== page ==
Learn how to prove negligence and get maximum compensation after a brake-check accident in South Carolina
Aggressive driving is never the solution to frustrating traffic conditions. Unfortunately, drivers who experience road rage may resort to erratic maneuvers like weaving in and out of lanes or brake checking.
Brake checking occurs when drivers intentionally and abruptly apply their brakes in an attempt to scare the driver behind them.
In South Carolina, brake checking isn’t only malicious—it’s illegal because it can lead to serious accidents.
If you’ve been involved in a brake-check accident, you should contact a South Carolina car accident attorney to protect your rights and learn about potential compensation.
Reasons why drivers brake check
Some drivers brake check in response to being followed too closely by another driver (an action known as tailgating). In these situations, the driver in front may only be seeking to mildly annoy the driver who is tailgating. The intent is typically to startle the tailgater into following from a less aggressive, safer distance.
In some cases, drivers use brake checking as a retaliatory move. For example, a driver with road rage may get in front of another driver who they believe is driving too slowly and quickly cut them off. Once in front of the other vehicle, the enraged driver may engage in brake checking to startle the other driver or to cause a collision.
Some fraudulent drivers may even intentionally cause accidents by engaging in brake checking in order to collect compensation for made-up injuries and supposed pain and suffering.
Did you know?
According to data from the National Highway Transportation Safety Administration (NHTSA), rear-end collisions are the most common type of automotive accident in the U.S., representing 29% of all crashes.
Legal penalties for brake checking
Traditionally, civil courts have held that the rear driver is liable for the resulting damages in a rear-end collision. This rule is based on the notion that drivers are always responsible for allowing sufficient stopping distance between their vehicle and the vehicle in front of them.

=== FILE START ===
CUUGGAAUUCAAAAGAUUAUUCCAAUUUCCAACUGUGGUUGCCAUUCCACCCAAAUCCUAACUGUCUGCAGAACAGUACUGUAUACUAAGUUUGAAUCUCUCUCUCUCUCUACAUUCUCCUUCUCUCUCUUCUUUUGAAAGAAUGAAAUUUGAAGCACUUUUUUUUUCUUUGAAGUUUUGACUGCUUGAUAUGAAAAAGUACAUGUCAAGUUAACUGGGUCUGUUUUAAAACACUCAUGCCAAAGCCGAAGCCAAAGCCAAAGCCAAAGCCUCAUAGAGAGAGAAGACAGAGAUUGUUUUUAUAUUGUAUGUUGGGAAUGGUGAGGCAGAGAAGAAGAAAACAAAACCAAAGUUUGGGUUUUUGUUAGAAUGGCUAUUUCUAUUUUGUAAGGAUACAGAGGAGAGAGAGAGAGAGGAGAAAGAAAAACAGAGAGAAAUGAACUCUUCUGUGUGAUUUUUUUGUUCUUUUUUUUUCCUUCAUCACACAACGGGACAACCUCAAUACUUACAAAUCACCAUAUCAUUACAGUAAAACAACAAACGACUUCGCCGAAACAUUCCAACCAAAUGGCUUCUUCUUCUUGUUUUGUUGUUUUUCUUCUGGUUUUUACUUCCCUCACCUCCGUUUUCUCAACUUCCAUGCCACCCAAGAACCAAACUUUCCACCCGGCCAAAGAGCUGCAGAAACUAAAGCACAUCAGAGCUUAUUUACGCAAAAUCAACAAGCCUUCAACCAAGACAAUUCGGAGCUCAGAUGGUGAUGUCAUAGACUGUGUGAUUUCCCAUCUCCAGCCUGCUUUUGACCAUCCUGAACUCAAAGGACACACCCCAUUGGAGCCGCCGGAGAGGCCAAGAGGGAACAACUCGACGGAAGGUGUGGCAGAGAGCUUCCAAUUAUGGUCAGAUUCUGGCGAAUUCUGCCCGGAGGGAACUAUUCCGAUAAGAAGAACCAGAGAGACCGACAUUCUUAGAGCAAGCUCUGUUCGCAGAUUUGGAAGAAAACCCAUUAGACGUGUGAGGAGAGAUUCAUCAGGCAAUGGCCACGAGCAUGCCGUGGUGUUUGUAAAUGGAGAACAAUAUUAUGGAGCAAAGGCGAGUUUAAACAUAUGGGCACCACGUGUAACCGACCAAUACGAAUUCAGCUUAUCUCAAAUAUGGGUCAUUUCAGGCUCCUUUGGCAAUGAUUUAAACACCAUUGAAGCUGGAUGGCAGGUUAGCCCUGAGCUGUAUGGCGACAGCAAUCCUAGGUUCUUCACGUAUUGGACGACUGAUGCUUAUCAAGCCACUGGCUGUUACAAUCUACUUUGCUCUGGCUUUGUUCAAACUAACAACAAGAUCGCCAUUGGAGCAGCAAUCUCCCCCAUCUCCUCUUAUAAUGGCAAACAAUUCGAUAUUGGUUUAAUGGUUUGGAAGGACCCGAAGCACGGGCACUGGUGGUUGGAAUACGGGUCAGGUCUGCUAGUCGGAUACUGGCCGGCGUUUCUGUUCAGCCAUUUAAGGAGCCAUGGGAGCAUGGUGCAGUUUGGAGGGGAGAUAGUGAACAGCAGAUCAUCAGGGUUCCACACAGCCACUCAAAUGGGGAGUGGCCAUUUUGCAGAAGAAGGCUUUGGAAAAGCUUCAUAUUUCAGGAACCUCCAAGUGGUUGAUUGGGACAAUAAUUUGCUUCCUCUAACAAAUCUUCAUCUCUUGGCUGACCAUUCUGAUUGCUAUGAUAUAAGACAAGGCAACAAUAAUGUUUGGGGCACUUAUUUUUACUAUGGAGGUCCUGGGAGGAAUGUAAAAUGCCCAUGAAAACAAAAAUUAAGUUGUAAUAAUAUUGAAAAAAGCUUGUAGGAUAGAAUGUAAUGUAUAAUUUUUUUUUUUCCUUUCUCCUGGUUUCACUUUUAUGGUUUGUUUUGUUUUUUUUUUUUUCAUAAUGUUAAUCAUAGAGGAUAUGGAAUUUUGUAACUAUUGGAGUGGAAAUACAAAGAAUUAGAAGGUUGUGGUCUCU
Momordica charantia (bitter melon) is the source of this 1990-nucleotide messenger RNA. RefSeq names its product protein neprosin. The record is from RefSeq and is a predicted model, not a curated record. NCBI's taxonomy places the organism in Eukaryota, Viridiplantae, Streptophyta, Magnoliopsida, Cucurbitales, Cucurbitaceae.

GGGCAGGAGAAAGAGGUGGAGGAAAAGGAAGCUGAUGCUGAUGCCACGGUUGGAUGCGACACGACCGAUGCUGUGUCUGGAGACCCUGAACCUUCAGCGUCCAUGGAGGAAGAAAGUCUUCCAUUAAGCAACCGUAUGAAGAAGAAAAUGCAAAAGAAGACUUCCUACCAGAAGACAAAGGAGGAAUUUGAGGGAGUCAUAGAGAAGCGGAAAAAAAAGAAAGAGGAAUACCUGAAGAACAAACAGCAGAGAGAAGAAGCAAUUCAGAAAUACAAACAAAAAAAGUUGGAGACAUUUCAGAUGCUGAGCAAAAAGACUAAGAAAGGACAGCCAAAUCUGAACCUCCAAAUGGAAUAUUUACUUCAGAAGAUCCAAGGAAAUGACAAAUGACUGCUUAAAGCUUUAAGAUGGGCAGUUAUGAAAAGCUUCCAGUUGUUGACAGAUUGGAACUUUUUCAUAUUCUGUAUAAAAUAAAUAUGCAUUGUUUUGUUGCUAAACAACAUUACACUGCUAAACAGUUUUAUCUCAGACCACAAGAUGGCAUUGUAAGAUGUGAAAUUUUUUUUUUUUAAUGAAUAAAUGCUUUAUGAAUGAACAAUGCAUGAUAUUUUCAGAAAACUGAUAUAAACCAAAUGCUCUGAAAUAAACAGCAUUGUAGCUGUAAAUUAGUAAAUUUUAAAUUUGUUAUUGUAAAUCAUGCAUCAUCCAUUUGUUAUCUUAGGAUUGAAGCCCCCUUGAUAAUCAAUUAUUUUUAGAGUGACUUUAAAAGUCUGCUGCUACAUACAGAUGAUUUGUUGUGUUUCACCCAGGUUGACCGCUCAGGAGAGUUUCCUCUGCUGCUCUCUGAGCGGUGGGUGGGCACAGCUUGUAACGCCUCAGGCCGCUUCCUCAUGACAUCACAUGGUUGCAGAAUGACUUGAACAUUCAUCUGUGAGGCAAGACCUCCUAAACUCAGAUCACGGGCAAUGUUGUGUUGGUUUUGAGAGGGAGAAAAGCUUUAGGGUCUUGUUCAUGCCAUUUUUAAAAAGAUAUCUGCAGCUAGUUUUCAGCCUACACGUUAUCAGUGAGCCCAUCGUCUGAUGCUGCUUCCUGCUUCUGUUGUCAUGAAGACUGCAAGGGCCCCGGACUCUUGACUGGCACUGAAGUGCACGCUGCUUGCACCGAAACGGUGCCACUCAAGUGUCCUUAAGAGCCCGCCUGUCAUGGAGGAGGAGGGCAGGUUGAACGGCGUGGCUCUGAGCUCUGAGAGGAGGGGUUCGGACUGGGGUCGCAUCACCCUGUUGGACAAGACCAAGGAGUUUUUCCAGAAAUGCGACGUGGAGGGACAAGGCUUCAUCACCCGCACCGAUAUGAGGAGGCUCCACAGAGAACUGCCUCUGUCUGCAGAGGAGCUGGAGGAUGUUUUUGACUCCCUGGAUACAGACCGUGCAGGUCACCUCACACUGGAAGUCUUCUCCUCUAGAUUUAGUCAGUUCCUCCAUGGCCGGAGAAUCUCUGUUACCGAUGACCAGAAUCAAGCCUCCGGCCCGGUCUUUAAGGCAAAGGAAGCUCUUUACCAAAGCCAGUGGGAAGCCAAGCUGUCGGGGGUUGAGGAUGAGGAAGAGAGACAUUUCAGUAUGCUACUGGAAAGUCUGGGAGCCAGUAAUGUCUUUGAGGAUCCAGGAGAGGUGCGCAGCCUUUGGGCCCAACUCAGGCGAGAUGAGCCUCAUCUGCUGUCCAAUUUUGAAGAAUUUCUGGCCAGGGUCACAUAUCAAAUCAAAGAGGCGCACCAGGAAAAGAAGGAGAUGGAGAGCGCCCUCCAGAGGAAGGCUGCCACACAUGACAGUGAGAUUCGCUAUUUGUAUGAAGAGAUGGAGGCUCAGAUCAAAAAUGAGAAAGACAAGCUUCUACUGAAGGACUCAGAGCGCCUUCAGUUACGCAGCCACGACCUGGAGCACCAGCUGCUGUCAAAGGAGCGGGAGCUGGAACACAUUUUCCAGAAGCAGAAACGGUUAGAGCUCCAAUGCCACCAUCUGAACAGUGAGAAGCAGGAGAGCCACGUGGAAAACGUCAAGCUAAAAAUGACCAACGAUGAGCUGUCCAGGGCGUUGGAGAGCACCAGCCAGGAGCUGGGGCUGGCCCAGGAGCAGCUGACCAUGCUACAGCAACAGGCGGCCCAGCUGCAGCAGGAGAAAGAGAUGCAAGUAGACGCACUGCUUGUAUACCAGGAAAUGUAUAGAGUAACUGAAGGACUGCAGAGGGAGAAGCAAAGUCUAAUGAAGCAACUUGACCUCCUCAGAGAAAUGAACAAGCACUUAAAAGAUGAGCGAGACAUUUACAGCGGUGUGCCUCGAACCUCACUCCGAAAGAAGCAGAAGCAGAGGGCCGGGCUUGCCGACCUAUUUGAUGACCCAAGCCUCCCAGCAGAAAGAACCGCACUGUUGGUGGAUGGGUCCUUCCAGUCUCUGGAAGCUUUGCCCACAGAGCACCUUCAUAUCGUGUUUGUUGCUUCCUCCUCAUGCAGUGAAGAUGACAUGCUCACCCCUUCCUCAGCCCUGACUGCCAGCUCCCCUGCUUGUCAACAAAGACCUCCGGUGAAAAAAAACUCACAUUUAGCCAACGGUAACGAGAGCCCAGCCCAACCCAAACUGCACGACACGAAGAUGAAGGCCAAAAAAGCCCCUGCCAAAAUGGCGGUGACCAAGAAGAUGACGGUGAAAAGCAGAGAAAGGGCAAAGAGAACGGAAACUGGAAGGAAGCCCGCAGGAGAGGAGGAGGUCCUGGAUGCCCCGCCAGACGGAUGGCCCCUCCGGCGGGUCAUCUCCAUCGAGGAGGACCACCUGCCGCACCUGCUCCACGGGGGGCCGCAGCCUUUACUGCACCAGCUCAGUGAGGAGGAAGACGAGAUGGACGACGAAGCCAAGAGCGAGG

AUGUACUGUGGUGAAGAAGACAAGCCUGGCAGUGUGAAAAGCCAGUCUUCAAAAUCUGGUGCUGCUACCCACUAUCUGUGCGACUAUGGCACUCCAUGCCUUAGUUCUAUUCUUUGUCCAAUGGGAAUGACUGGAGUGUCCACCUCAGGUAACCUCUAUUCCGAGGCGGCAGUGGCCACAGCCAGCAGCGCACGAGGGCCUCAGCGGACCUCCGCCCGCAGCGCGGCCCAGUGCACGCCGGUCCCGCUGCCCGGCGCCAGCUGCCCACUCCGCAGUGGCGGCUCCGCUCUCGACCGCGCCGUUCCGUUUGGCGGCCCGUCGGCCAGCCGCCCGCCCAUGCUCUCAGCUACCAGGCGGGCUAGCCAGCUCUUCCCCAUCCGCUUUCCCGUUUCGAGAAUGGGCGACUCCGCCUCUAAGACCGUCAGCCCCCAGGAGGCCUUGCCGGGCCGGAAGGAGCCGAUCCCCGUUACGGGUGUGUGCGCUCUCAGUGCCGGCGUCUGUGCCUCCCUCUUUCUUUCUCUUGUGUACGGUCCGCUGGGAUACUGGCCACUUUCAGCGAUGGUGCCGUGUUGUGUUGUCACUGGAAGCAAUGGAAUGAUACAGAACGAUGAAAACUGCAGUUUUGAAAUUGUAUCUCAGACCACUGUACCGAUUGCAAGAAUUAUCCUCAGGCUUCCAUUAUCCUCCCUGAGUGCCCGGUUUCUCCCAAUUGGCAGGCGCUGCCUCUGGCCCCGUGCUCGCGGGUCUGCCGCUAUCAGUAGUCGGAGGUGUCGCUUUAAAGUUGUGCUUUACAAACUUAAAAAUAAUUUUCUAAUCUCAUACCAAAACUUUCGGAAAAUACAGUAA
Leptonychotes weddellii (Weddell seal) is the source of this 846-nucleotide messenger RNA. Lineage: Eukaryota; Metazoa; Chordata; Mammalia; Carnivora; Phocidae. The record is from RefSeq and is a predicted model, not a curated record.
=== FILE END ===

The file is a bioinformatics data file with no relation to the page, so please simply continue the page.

In recent years, however, courts have begun to recognize exceptions to this traditional rule in rear-end collisions. Now, Columbia drivers who intentionally engage in brake checking may be required to compensate the other party in the event of a brake-check accident.
Additionally, drivers who cause rear-end accidents as part of a scheme to defraud an insurance company may face criminal charges in a South Carolina court. Depending on the nature of the scheme, the driver and any other involved parties may even be subjected to criminal charges in federal court.
Get legal representation to maximize your injury compensation for your rear-end collision case.
Compensation for brake-check accident victims
People who are injured in an accident caused by brake checking can pursue compensation through the insurance process or by filing a personal injury lawsuit in a South Carolina civil court.
A Columbia personal injury lawyer can advise accident victims regarding the best approach to receiving compensation for their accident injuries. Most often, the other driver’s insurance company will offer a settlement to the victim after determining whether the insured was at fault in the accident.
People who are injured in accidents often think they’re obligated to either accept the insurance settlement or receive nothing. On the contrary, a settlement offer is just an offer.